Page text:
While those upset human emotions are perfectly justified from the human's viewpoint, of course, it often helps to see things from a cat's perspective as we work on and solve the problem.  First of all, we're confining a species whose strongest survival instincts revolve around the very clear marking of territory, and using urine to communicate urgent issues, to going potty in a plastic box.  I mean, how weird is that (if you're a cat, anyway)?  The very survival of the species, in the wild, depends on the female in season and the male finding one another, through scent markers, to ensure a next generation.  The safety of the individual, or the colony in wild cats brought together under some sort of human intervention (feeding, shelter), depends upon clearly marked territorial boundaries.  The cat who only and always uses her litter box has already overcome millennia of survival instinct for the sole purpose of pleasing her human.  When stress hits, if you think about it from the cat's perspective, the fact that the first thing to fall apart is often the cat's toilet behavior shouldn't be a great surprise.  This is also why, very often, the thing that makes the most difference in solving the problem is reducing the stress.  Punishing the cat rarely has any effect ... because it instead increases stress levels, which leads to more "instinctive paranoia", the natural response to which is ... you guessed it!

Inappropriate elimination is only one issue that can be linked to the ways our animal friends are stepping out side of "who they are" in order to be members of our human-centered families.  Most of the time, despite these hurdles of instinct, such problems can eventually find a solution.  I've found, over the years, that the gentlest path to such solutions often begins with the human making an effort to do what their animal friends have been doing for them all along.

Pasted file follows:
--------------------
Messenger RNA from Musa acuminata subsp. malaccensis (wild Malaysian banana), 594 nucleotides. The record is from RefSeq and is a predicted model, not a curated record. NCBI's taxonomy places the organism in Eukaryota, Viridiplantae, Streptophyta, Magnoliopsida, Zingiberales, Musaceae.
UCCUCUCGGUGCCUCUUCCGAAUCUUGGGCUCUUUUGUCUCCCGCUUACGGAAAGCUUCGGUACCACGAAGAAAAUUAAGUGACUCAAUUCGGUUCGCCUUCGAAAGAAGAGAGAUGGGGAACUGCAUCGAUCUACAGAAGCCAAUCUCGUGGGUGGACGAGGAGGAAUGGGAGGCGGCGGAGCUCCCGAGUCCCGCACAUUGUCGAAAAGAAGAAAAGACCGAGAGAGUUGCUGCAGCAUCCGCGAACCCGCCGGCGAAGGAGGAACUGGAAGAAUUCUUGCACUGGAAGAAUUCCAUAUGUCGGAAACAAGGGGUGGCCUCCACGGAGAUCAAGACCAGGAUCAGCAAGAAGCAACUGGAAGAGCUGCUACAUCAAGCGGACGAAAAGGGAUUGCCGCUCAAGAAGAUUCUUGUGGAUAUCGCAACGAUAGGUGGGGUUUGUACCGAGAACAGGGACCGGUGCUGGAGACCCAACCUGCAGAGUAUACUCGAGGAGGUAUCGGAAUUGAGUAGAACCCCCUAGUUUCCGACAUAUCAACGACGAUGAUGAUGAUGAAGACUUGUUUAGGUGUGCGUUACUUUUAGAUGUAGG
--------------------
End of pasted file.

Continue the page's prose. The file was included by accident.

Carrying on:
We humans can help our pets tremendously, if we can step outside who  we  are for a moment, and try to see the problem from the animal's perspective.




Don't forget that you can keep up with changes and info on rates, policies, and "other fun stuff" on my website:, and that you can find archives of this newsletter and other articles on my Creature Thoughts Blog:   

Gift Certificates:  Beginning Sunday, October 28th, 2007, my regular holiday gift certificate special will begin.  It will run until January 1st, 2008.  This will allow you to purchase gift certificates at $25 for one, $45 for two, and $60 for three, essentially receiving one session free for each group of three.

Website Updates:  Several important additions/updates have been made to the website recently, in the form of policy details.  Please visit and click on the links to these updates in the "news" section at the top of the page.



Miss Pree, who had her sixteenth birthday in late July, has been having some health issues recently.  Although she's improved quite a bit, the problems are ongoing, and we're still diligently working to help her to overcome them.  We would like to sincerely thank everyone who's sent good wishes and healing energy our way.

Pree would like to talk about how having a good attitude ("cat-itude", she says, correcting me) is so important when you're trying to get through health problems.  I have to confess, there have been times her attitude has been better than my own "worried mom" feelings, but she really is so right.  Pree's chin has been up, even when she's felt physically down, and her bright personality has really given us strength.  In fact, I am starting to suspect that my vet is scheduling rechecks every two weeks partly because she loves how Pree takes over the exam room, hops onto the table to greet her, and otherwise charms the entire staff.

While we have not hidden any of the prospects and details from Pree, which she appreciates, we've also listened to her encouragements and taken heart from the fact that, although her symptoms are worrisome, her positive outlook hasn't been dimmed at all. 

I've often found, in fact, that when health issues bring clients to me, the animals themselves are less worried about the situation, and more likely to take things in stride, than their worried human friends.  So much is being learned in modern medicine about how attitude can affect our ability to heal and recover.

I guess our animal friends have known this all along.

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Gayle Nastasi
Animal Communication Consultant